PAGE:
Social engagement requires a different approach. Learn a few tips for connecting with your potential prospects.
- J.K. Rowling, the best-selling author of Harry Potter said, "A good first impression can work wonders," and this is true in our personal and professional lives. In sales, you have the opportunity to make several first impressions every day. But now, by incorporating social selling into your sales process, you can make them count. When it's time to reach out to a prospect and create that first impression, the first option that should be explored is an introduction from your network. This can be people that you know or are connected to, or the network of your company.
And if that's not an option, there are a few other ways to reach out over social media. Before we get into the best practices for the different ways you can reach out, it's important to remember that each way you can reach out is unique. You don't write an email the way you talk on the phone. Different social engagement methods require different tactics. So let's talk through the three most common ways that you might engage over social media. A great way to engage with a prospect on social is to like or reshare their posts or comments.
It's very common for someone to look and see who it was that liked or reshared their post. So when they see that you liked or reshared their post, they will most likely look at your profile, and if you have a customer-centric profile, this will be a great first impression for you, and for your company. This tactic and channel is best for top of mind awareness. It's possible that liking or resharing might create a response, but it probably won't most of the time.
To take your engagement to the next level, commenting can be an effective way to start an authentic dialogue. It's important to be authentic and ensure that you aren't selling your product or service, or your company. I recommend writing with an eye towards the industry as a whole. You don't want to look overly self-promotional. If you want to comment and start a conversation without coming on too strong, try some of these types of comments. Pose a thought-provoking question about the topic, such as, "That's an interesting thought, "but I'm curious if you think the same principles apply "to the oil and gas industry," or the service industry, or any industry you're in.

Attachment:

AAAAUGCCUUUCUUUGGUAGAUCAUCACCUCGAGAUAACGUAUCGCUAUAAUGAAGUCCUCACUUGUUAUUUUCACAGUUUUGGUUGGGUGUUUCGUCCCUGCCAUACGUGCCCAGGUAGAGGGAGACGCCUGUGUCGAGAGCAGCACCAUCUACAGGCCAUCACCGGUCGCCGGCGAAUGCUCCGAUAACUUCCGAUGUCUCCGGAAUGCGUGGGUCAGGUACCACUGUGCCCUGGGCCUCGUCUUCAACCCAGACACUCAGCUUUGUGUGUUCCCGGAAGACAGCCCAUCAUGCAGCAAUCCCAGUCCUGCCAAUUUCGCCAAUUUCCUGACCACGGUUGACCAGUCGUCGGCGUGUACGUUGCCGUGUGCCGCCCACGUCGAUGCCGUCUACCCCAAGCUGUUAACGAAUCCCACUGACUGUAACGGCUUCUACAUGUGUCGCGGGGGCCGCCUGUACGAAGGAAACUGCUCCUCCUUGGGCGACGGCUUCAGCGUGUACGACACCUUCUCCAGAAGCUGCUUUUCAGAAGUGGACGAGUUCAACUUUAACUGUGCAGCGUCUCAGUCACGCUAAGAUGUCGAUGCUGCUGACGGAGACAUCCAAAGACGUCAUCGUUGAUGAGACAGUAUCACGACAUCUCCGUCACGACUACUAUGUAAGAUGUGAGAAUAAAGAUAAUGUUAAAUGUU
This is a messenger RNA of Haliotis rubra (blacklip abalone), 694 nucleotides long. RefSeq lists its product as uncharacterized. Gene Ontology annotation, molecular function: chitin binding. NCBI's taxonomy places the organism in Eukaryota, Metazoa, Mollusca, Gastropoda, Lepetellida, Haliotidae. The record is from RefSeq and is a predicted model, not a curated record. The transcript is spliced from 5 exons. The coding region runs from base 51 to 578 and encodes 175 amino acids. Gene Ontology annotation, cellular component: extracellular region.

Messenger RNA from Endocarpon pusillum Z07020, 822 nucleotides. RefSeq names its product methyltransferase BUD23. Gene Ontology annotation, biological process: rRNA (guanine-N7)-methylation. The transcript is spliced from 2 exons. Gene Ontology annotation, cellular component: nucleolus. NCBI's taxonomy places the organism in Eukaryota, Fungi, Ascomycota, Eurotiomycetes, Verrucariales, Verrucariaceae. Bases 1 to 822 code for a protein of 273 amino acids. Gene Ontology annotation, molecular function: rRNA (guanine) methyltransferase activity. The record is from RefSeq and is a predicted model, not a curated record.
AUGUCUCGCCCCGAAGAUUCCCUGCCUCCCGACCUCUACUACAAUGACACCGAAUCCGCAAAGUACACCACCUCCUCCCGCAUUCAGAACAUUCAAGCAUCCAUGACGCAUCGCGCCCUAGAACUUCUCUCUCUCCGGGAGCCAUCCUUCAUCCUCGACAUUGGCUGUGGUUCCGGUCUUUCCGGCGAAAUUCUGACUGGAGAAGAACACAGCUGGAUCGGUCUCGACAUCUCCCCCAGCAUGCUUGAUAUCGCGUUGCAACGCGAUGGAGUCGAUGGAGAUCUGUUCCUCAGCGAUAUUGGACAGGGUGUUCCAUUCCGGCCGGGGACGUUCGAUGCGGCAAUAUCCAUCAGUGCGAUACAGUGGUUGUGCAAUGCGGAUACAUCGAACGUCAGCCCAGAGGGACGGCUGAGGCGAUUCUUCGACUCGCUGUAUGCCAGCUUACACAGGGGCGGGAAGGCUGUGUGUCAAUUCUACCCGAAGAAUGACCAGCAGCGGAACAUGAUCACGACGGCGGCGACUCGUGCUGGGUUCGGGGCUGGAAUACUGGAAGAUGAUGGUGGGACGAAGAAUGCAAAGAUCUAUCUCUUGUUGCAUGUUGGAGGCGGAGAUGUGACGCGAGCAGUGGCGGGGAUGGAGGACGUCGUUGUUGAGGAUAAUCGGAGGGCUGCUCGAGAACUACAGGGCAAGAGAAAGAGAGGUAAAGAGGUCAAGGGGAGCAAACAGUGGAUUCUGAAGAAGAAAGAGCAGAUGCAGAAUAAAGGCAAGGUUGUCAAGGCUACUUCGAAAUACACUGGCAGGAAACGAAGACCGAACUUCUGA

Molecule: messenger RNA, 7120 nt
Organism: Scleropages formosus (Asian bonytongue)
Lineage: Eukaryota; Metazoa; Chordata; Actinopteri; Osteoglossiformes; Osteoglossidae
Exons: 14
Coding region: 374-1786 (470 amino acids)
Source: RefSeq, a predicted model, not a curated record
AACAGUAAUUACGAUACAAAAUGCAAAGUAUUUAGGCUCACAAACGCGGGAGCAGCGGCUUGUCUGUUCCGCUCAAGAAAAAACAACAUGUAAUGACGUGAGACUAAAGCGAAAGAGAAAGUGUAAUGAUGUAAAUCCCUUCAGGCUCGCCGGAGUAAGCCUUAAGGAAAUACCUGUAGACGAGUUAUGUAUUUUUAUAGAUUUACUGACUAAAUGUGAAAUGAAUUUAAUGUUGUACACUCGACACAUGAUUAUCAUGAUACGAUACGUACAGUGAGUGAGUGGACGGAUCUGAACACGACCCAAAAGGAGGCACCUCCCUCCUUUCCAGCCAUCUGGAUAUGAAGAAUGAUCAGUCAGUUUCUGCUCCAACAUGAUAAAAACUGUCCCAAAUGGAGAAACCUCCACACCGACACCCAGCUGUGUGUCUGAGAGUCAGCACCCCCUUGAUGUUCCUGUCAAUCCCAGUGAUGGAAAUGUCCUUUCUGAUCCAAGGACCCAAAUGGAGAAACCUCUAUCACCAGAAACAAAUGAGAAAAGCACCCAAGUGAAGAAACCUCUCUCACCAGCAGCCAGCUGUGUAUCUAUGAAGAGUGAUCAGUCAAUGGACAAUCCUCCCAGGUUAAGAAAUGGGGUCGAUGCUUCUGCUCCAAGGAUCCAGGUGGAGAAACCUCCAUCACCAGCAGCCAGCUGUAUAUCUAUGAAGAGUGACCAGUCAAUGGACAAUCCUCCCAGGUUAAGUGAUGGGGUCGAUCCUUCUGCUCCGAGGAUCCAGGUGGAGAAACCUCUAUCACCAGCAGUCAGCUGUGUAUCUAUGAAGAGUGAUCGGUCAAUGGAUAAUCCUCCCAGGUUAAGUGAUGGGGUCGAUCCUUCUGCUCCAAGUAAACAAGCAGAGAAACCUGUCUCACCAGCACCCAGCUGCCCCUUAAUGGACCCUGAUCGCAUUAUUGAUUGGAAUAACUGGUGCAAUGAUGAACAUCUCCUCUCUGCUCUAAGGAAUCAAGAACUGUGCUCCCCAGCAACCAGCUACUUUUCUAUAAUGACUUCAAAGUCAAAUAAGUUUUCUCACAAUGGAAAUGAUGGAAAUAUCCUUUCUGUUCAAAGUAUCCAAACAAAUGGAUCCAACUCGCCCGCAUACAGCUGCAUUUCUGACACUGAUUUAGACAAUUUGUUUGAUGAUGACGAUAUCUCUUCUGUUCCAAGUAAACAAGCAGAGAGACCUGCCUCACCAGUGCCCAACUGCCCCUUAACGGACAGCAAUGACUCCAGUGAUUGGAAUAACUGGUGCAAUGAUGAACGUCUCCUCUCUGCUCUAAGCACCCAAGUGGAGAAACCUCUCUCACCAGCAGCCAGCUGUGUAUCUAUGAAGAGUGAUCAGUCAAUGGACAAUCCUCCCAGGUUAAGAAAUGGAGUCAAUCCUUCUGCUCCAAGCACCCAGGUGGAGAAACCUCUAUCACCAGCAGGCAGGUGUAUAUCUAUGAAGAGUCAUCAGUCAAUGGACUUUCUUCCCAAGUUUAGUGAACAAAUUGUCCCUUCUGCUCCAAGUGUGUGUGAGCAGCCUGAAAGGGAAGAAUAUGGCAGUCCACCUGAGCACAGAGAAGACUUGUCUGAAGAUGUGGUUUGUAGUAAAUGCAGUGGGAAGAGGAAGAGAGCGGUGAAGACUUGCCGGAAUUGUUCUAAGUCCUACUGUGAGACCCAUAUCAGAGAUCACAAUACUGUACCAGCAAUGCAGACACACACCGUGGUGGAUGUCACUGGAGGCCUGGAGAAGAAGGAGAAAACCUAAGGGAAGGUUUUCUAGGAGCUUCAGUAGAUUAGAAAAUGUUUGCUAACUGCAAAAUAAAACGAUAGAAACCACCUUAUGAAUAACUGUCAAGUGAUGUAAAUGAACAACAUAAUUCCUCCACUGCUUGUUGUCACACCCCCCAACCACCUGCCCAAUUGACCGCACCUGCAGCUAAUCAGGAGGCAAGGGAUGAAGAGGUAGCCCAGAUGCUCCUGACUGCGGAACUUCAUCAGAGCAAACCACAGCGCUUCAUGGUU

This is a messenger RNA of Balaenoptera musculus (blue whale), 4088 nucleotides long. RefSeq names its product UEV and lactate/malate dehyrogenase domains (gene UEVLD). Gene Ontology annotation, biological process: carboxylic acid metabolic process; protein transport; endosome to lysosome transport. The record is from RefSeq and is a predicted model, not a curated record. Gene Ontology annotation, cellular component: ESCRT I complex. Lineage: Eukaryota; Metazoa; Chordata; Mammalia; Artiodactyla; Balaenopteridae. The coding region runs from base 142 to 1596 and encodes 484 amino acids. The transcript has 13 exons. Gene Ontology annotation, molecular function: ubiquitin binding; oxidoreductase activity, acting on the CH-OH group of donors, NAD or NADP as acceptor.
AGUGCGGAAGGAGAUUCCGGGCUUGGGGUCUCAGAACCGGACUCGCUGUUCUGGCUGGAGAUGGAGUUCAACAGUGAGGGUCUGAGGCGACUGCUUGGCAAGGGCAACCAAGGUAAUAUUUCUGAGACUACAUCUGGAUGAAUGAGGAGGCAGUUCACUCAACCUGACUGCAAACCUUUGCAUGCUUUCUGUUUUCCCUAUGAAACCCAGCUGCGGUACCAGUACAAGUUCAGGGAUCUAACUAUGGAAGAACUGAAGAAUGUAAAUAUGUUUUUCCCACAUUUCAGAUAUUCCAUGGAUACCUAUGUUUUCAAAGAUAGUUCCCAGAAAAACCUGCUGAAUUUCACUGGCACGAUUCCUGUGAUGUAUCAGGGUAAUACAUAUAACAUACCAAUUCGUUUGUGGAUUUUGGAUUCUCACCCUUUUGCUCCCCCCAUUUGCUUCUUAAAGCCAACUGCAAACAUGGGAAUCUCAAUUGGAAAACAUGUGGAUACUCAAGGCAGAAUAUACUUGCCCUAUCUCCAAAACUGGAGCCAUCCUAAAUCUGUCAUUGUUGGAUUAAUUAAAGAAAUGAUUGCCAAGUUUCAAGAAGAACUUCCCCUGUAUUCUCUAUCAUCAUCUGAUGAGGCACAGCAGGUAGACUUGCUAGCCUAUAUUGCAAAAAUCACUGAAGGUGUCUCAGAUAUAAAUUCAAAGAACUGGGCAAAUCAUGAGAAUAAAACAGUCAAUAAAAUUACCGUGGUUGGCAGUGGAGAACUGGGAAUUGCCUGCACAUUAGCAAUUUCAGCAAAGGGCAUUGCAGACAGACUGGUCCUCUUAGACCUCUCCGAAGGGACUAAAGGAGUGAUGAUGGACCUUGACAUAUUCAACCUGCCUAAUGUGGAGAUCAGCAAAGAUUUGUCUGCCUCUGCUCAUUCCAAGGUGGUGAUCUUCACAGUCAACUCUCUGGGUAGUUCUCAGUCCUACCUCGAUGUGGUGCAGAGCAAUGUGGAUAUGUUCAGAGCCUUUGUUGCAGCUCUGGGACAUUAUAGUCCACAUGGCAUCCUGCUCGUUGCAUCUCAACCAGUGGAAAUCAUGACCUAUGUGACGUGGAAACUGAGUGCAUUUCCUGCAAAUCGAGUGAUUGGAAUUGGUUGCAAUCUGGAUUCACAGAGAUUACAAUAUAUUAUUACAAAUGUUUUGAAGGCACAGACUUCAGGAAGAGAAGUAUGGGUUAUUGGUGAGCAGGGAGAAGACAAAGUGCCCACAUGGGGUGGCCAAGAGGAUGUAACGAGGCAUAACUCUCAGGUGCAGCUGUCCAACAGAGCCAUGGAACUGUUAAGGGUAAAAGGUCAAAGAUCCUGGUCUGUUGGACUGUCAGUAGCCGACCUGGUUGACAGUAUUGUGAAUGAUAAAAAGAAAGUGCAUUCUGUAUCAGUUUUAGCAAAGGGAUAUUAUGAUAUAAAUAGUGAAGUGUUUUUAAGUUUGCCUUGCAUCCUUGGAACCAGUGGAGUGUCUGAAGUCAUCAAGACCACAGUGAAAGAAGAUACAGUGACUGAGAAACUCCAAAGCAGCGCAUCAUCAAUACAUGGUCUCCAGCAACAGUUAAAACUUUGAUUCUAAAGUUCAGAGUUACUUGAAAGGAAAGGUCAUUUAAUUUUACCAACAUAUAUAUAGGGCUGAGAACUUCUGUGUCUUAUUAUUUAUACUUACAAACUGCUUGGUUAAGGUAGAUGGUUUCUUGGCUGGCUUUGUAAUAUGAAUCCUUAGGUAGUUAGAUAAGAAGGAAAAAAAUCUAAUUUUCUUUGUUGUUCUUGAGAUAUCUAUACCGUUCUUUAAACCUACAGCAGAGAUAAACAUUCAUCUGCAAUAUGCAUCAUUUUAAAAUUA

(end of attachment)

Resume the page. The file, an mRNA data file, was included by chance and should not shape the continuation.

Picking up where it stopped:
You could also discuss a recent article or research that provides additional insight to their questions, something like, "Forrester also recently shared a stat "about how budgets are shifting in IT. "Here's a link to the article." You can share how you or a company you worked with handled a similar situation. For example, "At my last company, "we had the retention issues "you described with millennials. "This is how we handled it." The third way to reach out directly is through InMail on LinkedIn. InMail is a part of many LinkedIn products that lets you send a message through LinkedIn to someone that you are not connected to.
While there are similarities between InMail and email, you can't treat InMail like you do email for social selling success. The best InMail senders get a greater than 30% response rate because they treat it like a hand-written note, instead of a spam cannon. For InMail success, follow these tips. Be brief, start a conversation, personalize your message, and make it about them. I remember a few years back, our CEO was coming to New York City, and I was trying to get as many CMO meetings lined up as possible to bring him to.
And there was one client that I had been having trouble getting to that level, so I sent the CMO a brief and direct InMail. The subject line was around our CEO wanting to meet them, and the InMail message highlighted how our CEO wanted to meet with them to discuss a specific industry trend impacting both of our companies. I knew this would capture their attention because the CMO had recently shared a few articles on it on LinkedIn, and within a few weeks, we all sat down together and had a successful meeting.
So whether you're liking or commenting, sending an InMail to a prospect, be thoughtful in your approach, as this first impression could make or break your potential of building a relationship. So, to practice, pull up your LinkedIn feed now, and comment on a post that you see. It doesn't matter if it's from a prospect or not, but write it using one of the three types of comments that we discussed that will help you start a conversation.
- Crafting a customer-centric profile
- Creating a professional brand that expands your reach
- Identifying your ideal prospects
- Understanding what your buyer values
- Knowing when a prospect is ready to buy
- Engaging with personalized outreach
- Asking for an introduction
- Measuring social selling success